Friday, August 12, 2011
Originated in ancient India, Yoga or “union” ultimate aim is to create a balance between the body and the mind. In order to accomplish it, Yoga makes use of different movements, physical postures, breathing exercises and relaxation technique. Yoga is associated with a healthy and lively lifestyle with a balanced approach to life. When appropriately taught, it can boost your strength, balance and flexibility, improve your breathing, soothe pain, quiet the mind, and help with weight loss.
The many practices of yoga: gentle, restorative, power, and hot style, among others, appeal to people seeking anything from a vigorous workout or rehab to meditation or stress relief. Women tend to prefer the more gentle styles of yoga while Men tend to favor the more athletic, fast-moving styles such as Vinyasa and Ashtanga. Many discover that holding the most intense positions, builds strength not the brute strength of a power lifter but the tensile strength of a martial-arts master.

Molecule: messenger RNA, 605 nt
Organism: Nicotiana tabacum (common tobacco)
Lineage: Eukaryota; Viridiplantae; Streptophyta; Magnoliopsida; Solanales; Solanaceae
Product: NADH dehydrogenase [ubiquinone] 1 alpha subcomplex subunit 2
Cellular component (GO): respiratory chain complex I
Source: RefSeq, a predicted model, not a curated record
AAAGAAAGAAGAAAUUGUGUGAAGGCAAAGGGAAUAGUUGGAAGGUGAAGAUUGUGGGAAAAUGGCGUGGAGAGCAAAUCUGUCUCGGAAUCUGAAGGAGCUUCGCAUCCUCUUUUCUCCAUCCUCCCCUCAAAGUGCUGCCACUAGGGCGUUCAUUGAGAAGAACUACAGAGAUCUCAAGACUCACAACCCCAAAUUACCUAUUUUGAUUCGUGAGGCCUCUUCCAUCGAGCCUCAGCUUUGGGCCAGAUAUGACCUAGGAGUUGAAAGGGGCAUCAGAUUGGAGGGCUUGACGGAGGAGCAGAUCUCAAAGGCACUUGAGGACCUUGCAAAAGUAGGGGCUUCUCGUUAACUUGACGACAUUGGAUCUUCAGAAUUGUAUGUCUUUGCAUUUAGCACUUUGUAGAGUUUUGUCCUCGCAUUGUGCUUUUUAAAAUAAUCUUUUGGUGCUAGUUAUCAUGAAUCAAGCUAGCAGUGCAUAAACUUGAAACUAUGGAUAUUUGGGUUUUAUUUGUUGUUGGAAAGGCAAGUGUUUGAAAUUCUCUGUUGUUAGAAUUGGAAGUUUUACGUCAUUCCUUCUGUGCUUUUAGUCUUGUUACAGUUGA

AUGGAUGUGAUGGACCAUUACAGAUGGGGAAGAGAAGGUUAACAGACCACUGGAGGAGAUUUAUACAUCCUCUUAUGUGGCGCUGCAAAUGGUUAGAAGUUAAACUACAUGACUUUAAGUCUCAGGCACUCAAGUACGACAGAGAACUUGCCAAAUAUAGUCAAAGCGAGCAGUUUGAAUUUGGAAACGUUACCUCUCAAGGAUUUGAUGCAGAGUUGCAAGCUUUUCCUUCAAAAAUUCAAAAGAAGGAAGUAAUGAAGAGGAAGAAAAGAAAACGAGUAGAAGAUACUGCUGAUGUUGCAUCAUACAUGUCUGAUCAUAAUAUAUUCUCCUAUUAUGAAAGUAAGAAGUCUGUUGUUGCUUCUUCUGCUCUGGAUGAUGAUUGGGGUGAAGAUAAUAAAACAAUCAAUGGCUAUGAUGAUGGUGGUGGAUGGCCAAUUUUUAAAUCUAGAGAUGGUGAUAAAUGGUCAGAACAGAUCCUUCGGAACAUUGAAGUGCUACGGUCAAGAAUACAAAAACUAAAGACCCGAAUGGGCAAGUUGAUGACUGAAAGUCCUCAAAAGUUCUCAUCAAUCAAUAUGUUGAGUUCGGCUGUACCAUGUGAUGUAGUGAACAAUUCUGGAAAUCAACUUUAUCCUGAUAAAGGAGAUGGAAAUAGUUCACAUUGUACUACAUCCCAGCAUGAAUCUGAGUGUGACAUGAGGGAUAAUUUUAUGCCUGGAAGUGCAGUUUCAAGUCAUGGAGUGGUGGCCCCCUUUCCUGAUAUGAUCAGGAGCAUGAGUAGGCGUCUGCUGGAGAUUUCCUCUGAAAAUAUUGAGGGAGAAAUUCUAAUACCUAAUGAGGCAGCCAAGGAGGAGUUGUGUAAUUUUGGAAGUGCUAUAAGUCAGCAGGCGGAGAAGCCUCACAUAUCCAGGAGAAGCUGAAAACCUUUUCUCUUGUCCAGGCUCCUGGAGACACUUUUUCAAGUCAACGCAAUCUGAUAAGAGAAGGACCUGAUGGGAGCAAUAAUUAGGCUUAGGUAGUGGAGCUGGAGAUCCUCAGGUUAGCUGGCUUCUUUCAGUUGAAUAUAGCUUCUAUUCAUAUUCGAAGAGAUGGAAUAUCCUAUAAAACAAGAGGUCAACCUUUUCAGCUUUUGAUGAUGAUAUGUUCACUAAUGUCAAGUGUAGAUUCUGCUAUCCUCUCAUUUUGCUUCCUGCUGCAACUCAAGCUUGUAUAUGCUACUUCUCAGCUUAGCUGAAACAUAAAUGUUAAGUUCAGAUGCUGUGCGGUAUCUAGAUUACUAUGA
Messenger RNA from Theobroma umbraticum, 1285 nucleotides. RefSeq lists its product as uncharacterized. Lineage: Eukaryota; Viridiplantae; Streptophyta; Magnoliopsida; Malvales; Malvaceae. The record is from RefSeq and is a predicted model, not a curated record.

There is a growing cadre of pro athletes going yoga. Some say yoga is a complementary cross training, prevent injuries or reduce pain and others such as golf pros say yoga flexing gives them greater range of motion in the hip and shoulder joints, which generates extra power and distance. No matter what draws them into yoga, recent converts marvel at how energized they feel on the way out of a session. Beyond all the bodywork, there's a yoga bonus: the way it sharpens your mental game. Athletes say the breathing calms their nerves and hones their focus on the job.
How do we know yoga really works? Research, suggests a wide variety of health-positive effects-for arthritis, carpal tunnel syndrome, coronary-artery disease and asthma, among other things. Researchers found that 15 weeks of yoga training brought a 10 percent improvement in lung capacity. Dr. Dean Ornish has found evidence that yoga can help fight cardiovascular disease. The National Center for Complementary and Alternative Medicine, part of the National Institutes of Health, is currently supporting its use for insomnia and chronic lower-back pain. In late 2010, study results found that participants who practiced yoga experienced better moods and less anxiety. In addition, the new data suggest that yoga boosts levels of the brain's primary inhibitory neurotransmitter that helps induce relaxation.
To find the right yoga class and instructor for you:
1. Consider your goals and overall fitness level.
2. Select your yoga style.
3. Find a certified teacher.
4. Take sample classes. You need to experiment. Go to different classes with different instructors and styles.